Credit: Instagram/Lionesses

It’s no secret there has been in a shift in the popularity of women’s football this summer, with viewing figures breaking records, and new audiences being more engaged in the tournament than ever before. Now, data from PrettyGreen is showing that there was almost a 50/50 male to female split in social conversations around the tournament with almost all conversations being positive.

What we’ve seen during the  Women’s World Cup 2019 is summarised below(data covering 2 months, including the tournament and one month prior):

  • 95% of posts had a positive sentiment
  • 1,659 average daily universe posts – 5.45m total impressions
  • 54% female / 46% male voice split
  • 87% sentimental content – with pride, congratulations and great being the most used terms

Key Findings Men’s World Cup 2018 (data covering 2 months, including the tournament and one month prior):

  • 83% of posts had a positive sentiment
  • 21,412 average daily universe posts – 26.39m total impressions
  • 16% female / 84% male voice split
  • 77% sentimental content – with great, greatest, best, friendly and good being the most used keywords

In 2015, England competed in the FIFA Women’s World Cup in Canada. More than 750 million television viewers tuned in, despite games being aired live in the UK late into the evening. The five top-tier sponsors were Coca-Cola, Adidas, Hyundai–Kia, Visa, and Gazprom.

Credit: Instagram/Lionesses

Looking back on a tournament that drew in over 11 million TV viewers for one game alone in the UK alone, with six leading sponsors; Coca-Cola, Adidas, Hyundai-Kia, Wanda, Visa and Qatar Airways. England also secured deals with Boots, Budweiser and Lucozade ahead of the tournament.

Whilst there are the obvious factors that will help drive women’s football into the mainstream – such as widespread TV coverage, men’s stadium time and advertisement of the game – there is much more to be done for women’s football ahead of the 2020 Olympics and Euro 2021. But the reality is, we came 4th in the tournament, failing to secure the bronze medal. This means everything.

The simple question is, will people actually be interested? Those who already follow football closely would have felt the increased wave of support for the Lionesses, but in reality, this trend failed to trickle down to those who don’t. 28 million viewers worldwide is impressive (and an improvement from 12.4 million in 2015), but with more than half the world tuned in to watch the 2018 World Cup (FIFA, 2018) – there’s still a long way to go to close the gap.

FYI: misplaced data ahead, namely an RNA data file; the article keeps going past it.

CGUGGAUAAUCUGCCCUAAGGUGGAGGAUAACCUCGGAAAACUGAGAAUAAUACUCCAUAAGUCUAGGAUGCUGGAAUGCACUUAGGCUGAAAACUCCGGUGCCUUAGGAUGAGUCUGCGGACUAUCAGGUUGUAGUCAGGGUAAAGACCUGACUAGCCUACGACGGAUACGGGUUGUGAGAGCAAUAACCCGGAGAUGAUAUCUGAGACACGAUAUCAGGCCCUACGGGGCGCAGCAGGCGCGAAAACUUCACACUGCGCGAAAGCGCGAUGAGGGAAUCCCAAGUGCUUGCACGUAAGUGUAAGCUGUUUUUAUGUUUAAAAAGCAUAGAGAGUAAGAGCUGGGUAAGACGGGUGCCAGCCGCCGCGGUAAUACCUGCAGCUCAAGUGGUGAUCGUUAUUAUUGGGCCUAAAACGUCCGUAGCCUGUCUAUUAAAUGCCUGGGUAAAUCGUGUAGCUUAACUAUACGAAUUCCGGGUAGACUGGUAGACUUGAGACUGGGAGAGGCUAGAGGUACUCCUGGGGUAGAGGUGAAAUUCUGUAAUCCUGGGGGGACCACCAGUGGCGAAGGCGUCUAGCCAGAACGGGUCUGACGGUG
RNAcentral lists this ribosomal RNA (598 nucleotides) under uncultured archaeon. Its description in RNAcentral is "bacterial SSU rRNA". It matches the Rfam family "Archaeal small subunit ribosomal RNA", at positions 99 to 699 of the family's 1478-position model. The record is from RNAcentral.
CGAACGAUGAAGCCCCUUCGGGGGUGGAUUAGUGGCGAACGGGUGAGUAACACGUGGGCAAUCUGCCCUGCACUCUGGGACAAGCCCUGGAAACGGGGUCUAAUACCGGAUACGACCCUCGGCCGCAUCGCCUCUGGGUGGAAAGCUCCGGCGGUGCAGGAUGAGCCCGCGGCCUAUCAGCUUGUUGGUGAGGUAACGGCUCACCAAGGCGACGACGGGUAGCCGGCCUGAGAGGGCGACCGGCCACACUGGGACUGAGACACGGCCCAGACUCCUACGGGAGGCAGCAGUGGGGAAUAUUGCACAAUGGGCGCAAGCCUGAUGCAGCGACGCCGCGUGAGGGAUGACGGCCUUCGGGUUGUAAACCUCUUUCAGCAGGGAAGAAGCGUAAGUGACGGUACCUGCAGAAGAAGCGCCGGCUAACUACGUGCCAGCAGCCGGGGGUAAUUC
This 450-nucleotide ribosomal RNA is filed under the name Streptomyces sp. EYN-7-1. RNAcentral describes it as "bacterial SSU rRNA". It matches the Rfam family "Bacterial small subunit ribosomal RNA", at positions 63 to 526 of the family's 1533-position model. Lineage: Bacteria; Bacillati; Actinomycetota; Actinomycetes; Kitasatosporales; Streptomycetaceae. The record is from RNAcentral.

The big clubs have a key role to play in how they advertise their players. Take a dedicated Man City fan as an example, who has followed the men’s team since their first home game visit to the Etihad. How many of their 37M fans knew that one of their players was leading their nation’s team into a World Cup? Even if they did catch a game this summer, they may not have even known that Houghton was one of their own.

Clubs have an opportunity to change this, both to help the women’s game live on domestically, but also stand to benefit financially. In theory, clubs could grossly increase their revenue through season tickets, merch and kit sales, simply by growing their consumer market by promoting the women’s team to a whole new fan base and demographic of supporter.


Media also have a responsibility to report on the WSL and women’s Premier League football. Currently, Harry Kane misses a Spurs game due to injury and receives blanket coverage on the back pages. Steph Houghton has yet to make print news for a Man City goal.

But women’s football is not men’s football and should be treated so. Every article or campaign on the women’s game does not need to draw a comparison to their male counterparts – it needs to be its own thing.


Branded content has clearly been a key driving factor in driving publicity of the women’s game, but frankly, they are still missing the mark and must not fall off now that the final whistle has blown. Ad measurement group Kantar warned that the crop of TV ads celebrating the Women’s World Cup were not likely to result in higher sales or esteem for the brands behind them.

Interestingly, it found that the gender of viewers made virtually no difference to how they felt about the ads, but whether or not they liked football did.